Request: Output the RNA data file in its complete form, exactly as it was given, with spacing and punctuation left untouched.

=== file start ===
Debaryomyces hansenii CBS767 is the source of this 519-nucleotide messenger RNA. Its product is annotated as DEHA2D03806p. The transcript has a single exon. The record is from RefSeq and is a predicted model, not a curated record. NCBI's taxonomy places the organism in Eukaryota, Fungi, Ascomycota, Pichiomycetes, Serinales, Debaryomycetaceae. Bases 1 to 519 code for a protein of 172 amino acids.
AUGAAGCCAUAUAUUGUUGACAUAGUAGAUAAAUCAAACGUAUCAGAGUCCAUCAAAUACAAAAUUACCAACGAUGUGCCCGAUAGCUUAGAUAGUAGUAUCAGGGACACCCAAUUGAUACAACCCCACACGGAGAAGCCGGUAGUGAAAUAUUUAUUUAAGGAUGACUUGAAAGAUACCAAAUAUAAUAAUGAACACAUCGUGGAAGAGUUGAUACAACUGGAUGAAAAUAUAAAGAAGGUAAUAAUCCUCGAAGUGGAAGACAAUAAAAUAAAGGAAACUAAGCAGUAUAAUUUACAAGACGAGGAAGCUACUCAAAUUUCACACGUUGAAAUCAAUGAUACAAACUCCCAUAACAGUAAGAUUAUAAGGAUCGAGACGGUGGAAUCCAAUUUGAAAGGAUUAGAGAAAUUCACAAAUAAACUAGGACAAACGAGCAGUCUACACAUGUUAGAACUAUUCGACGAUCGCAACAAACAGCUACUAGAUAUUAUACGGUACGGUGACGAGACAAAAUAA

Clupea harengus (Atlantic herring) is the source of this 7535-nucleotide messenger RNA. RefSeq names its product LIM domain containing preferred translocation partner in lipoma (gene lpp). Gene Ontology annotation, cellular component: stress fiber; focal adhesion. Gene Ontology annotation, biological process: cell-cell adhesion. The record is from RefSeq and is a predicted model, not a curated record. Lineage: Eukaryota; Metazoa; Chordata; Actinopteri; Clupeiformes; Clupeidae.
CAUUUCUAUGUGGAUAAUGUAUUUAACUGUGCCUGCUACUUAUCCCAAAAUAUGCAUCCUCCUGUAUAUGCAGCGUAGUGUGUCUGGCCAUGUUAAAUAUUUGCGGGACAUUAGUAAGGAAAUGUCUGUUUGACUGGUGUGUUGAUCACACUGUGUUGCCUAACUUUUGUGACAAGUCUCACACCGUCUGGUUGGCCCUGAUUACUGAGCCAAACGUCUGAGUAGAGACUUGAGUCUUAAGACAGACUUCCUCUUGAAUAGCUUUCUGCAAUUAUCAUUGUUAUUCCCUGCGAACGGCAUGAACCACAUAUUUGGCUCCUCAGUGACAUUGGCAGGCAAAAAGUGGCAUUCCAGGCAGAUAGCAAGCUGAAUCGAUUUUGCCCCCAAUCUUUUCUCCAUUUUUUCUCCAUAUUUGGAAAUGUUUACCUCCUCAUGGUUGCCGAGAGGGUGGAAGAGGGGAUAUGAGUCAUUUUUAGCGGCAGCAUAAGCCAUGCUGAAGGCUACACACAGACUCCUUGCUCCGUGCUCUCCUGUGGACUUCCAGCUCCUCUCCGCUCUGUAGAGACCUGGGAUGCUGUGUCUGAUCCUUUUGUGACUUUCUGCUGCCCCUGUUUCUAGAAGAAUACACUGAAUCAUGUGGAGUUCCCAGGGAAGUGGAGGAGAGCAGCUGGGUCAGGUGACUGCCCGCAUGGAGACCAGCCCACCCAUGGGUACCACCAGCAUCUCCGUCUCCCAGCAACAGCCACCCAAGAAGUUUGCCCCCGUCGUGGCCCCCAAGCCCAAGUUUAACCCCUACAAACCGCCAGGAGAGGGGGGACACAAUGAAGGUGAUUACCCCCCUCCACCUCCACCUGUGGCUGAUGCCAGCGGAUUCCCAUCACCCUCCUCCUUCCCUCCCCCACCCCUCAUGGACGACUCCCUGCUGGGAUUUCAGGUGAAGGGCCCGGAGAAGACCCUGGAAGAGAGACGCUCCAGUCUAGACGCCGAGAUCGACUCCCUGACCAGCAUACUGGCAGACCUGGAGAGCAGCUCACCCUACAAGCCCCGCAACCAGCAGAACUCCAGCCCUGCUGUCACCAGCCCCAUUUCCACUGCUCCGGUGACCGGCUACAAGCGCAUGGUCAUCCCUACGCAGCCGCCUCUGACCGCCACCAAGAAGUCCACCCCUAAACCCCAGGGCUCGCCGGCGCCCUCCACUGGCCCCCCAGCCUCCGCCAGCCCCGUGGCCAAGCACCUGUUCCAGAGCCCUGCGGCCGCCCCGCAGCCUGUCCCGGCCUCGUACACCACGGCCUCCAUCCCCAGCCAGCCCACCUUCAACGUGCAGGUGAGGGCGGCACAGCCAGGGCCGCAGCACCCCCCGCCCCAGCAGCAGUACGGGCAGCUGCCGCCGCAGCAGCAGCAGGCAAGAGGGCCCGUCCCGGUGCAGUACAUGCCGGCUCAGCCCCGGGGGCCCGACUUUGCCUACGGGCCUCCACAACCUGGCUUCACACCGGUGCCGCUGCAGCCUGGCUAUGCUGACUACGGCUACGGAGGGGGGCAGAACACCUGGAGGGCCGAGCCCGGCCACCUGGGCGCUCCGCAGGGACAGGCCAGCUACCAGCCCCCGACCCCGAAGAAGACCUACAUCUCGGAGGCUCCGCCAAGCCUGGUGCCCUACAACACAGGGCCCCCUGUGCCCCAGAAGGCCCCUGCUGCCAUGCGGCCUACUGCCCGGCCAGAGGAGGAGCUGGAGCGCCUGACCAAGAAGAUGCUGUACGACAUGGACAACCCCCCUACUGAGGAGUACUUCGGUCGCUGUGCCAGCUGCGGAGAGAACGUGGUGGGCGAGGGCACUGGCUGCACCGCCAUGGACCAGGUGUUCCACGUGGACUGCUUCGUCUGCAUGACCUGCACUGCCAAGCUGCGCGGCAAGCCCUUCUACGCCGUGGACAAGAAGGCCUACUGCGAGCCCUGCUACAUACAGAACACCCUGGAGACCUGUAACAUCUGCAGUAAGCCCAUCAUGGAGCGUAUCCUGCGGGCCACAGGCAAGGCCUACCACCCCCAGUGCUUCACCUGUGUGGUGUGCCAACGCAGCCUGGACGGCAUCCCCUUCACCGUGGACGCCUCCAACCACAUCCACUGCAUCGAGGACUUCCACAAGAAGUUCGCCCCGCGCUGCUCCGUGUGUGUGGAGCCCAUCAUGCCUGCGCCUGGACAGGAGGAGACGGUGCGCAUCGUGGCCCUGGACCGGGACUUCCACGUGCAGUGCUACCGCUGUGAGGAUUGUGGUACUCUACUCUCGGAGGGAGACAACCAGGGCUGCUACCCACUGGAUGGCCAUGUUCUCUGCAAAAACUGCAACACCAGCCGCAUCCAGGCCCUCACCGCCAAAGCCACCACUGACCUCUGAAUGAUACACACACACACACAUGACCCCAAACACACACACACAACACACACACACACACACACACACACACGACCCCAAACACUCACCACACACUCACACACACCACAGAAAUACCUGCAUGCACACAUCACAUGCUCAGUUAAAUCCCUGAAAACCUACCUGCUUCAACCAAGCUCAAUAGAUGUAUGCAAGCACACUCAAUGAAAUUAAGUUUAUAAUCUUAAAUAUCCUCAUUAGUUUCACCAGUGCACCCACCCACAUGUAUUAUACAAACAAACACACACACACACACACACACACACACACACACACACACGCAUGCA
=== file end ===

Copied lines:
Debaryomyces hansenii CBS767 is the source of this 519-nucleotide messenger RNA. Its product is annotated as DEHA2D03806p. The transcript has a single exon. The record is from RefSeq and is a predicted model, not a curated record. NCBI's taxonomy places the organism in Eukaryota, Fungi, Ascomycota, Pichiomycetes, Serinales, Debaryomycetaceae. Bases 1 to 519 code for a protein of 172 amino acids.
AUGAAGCCAUAUAUUGUUGACAUAGUAGAUAAAUCAAACGUAUCAGAGUCCAUCAAAUACAAAAUUACCAACGAUGUGCCCGAUAGCUUAGAUAGUAGUAUCAGGGACACCCAAUUGAUACAACCCCACACGGAGAAGCCGGUAGUGAAAUAUUUAUUUAAGGAUGACUUGAAAGAUACCAAAUAUAAUAAUGAACACAUCGUGGAAGAGUUGAUACAACUGGAUGAAAAUAUAAAGAAGGUAAUAAUCCUCGAAGUGGAAGACAAUAAAAUAAAGGAAACUAAGCAGUAUAAUUUACAAGACGAGGAAGCUACUCAAAUUUCACACGUUGAAAUCAAUGAUACAAACUCCCAUAACAGUAAGAUUAUAAGGAUCGAGACGGUGGAAUCCAAUUUGAAAGGAUUAGAGAAAUUCACAAAUAAACUAGGACAAACGAGCAGUCUACACAUGUUAGAACUAUUCGACGAUCGCAACAAACAGCUACUAGAUAUUAUACGGUACGGUGACGAGACAAAAUAA

Clupea harengus (Atlantic herring) is the source of this 7535-nucleotide messenger RNA. RefSeq names its product LIM domain containing preferred translocation partner in lipoma (gene lpp). Gene Ontology annotation, cellular component: stress fiber; focal adhesion. Gene Ontology annotation, biological process: cell-cell adhesion. The record is from RefSeq and is a predicted model, not a curated record. Lineage: Eukaryota; Metazoa; Chordata; Actinopteri; Clupeiformes; Clupeidae.
CAUUUCUAUGUGGAUAAUGUAUUUAACUGUGCCUGCUACUUAUCCCAAAAUAUGCAUCCUCCUGUAUAUGCAGCGUAGUGUGUCUGGCCAUGUUAAAUAUUUGCGGGACAUUAGUAAGGAAAUGUCUGUUUGACUGGUGUGUUGAUCACACUGUGUUGCCUAACUUUUGUGACAAGUCUCACACCGUCUGGUUGGCCCUGAUUACUGAGCCAAACGUCUGAGUAGAGACUUGAGUCUUAAGACAGACUUCCUCUUGAAUAGCUUUCUGCAAUUAUCAUUGUUAUUCCCUGCGAACGGCAUGAACCACAUAUUUGGCUCCUCAGUGACAUUGGCAGGCAAAAAGUGGCAUUCCAGGCAGAUAGCAAGCUGAAUCGAUUUUGCCCCCAAUCUUUUCUCCAUUUUUUCUCCAUAUUUGGAAAUGUUUACCUCCUCAUGGUUGCCGAGAGGGUGGAAGAGGGGAUAUGAGUCAUUUUUAGCGGCAGCAUAAGCCAUGCUGAAGGCUACACACAGACUCCUUGCUCCGUGCUCUCCUGUGGACUUCCAGCUCCUCUCCGCUCUGUAGAGACCUGGGAUGCUGUGUCUGAUCCUUUUGUGACUUUCUGCUGCCCCUGUUUCUAGAAGAAUACACUGAAUCAUGUGGAGUUCCCAGGGAAGUGGAGGAGAGCAGCUGGGUCAGGUGACUGCCCGCAUGGAGACCAGCCCACCCAUGGGUACCACCAGCAUCUCCGUCUCCCAGCAACAGCCACCCAAGAAGUUUGCCCCCGUCGUGGCCCCCAAGCCCAAGUUUAACCCCUACAAACCGCCAGGAGAGGGGGGACACAAUGAAGGUGAUUACCCCCCUCCACCUCCACCUGUGGCUGAUGCCAGCGGAUUCCCAUCACCCUCCUCCUUCCCUCCCCCACCCCUCAUGGACGACUCCCUGCUGGGAUUUCAGGUGAAGGGCCCGGAGAAGACCCUGGAAGAGAGACGCUCCAGUCUAGACGCCGAGAUCGACUCCCUGACCAGCAUACUGGCAGACCUGGAGAGCAGCUCACCCUACAAGCCCCGCAACCAGCAGAACUCCAGCCCUGCUGUCACCAGCCCCAUUUCCACUGCUCCGGUGACCGGCUACAAGCGCAUGGUCAUCCCUACGCAGCCGCCUCUGACCGCCACCAAGAAGUCCACCCCUAAACCCCAGGGCUCGCCGGCGCCCUCCACUGGCCCCCCAGCCUCCGCCAGCCCCGUGGCCAAGCACCUGUUCCAGAGCCCUGCGGCCGCCCCGCAGCCUGUCCCGGCCUCGUACACCACGGCCUCCAUCCCCAGCCAGCCCACCUUCAACGUGCAGGUGAGGGCGGCACAGCCAGGGCCGCAGCACCCCCCGCCCCAGCAGCAGUACGGGCAGCUGCCGCCGCAGCAGCAGCAGGCAAGAGGGCCCGUCCCGGUGCAGUACAUGCCGGCUCAGCCCCGGGGGCCCGACUUUGCCUACGGGCCUCCACAACCUGGCUUCACACCGGUGCCGCUGCAGCCUGGCUAUGCUGACUACGGCUACGGAGGGGGGCAGAACACCUGGAGGGCCGAGCCCGGCCACCUGGGCGCUCCGCAGGGACAGGCCAGCUACCAGCCCCCGACCCCGAAGAAGACCUACAUCUCGGAGGCUCCGCCAAGCCUGGUGCCCUACAACACAGGGCCCCCUGUGCCCCAGAAGGCCCCUGCUGCCAUGCGGCCUACUGCCCGGCCAGAGGAGGAGCUGGAGCGCCUGACCAAGAAGAUGCUGUACGACAUGGACAACCCCCCUACUGAGGAGUACUUCGGUCGCUGUGCCAGCUGCGGAGAGAACGUGGUGGGCGAGGGCACUGGCUGCACCGCCAUGGACCAGGUGUUCCACGUGGACUGCUUCGUCUGCAUGACCUGCACUGCCAAGCUGCGCGGCAAGCCCUUCUACGCCGUGGACAAGAAGGCCUACUGCGAGCCCUGCUACAUACAGAACACCCUGGAGACCUGUAACAUCUGCAGUAAGCCCAUCAUGGAGCGUAUCCUGCGGGCCACAGGCAAGGCCUACCACCCCCAGUGCUUCACCUGUGUGGUGUGCCAACGCAGCCUGGACGGCAUCCCCUUCACCGUGGACGCCUCCAACCACAUCCACUGCAUCGAGGACUUCCACAAGAAGUUCGCCCCGCGCUGCUCCGUGUGUGUGGAGCCCAUCAUGCCUGCGCCUGGACAGGAGGAGACGGUGCGCAUCGUGGCCCUGGACCGGGACUUCCACGUGCAGUGCUACCGCUGUGAGGAUUGUGGUACUCUACUCUCGGAGGGAGACAACCAGGGCUGCUACCCACUGGAUGGCCAUGUUCUCUGCAAAAACUGCAACACCAGCCGCAUCCAGGCCCUCACCGCCAAAGCCACCACUGACCUCUGAAUGAUACACACACACACACAUGACCCCAAACACACACACACAACACACACACACACACACACACACACACGACCCCAAACACUCACCACACACUCACACACACCACAGAAAUACCUGCAUGCACACAUCACAUGCUCAGUUAAAUCCCUGAAAACCUACCUGCUUCAACCAAGCUCAAUAGAUGUAUGCAAGCACACUCAAUGAAAUUAAGUUUAUAAUCUUAAAUAUCCUCAUUAGUUUCACCAGUGCACCCACCCACAUGUAUUAUACAAACAAACACACACACACACACACACACACACACACACACACACACGCAUGCA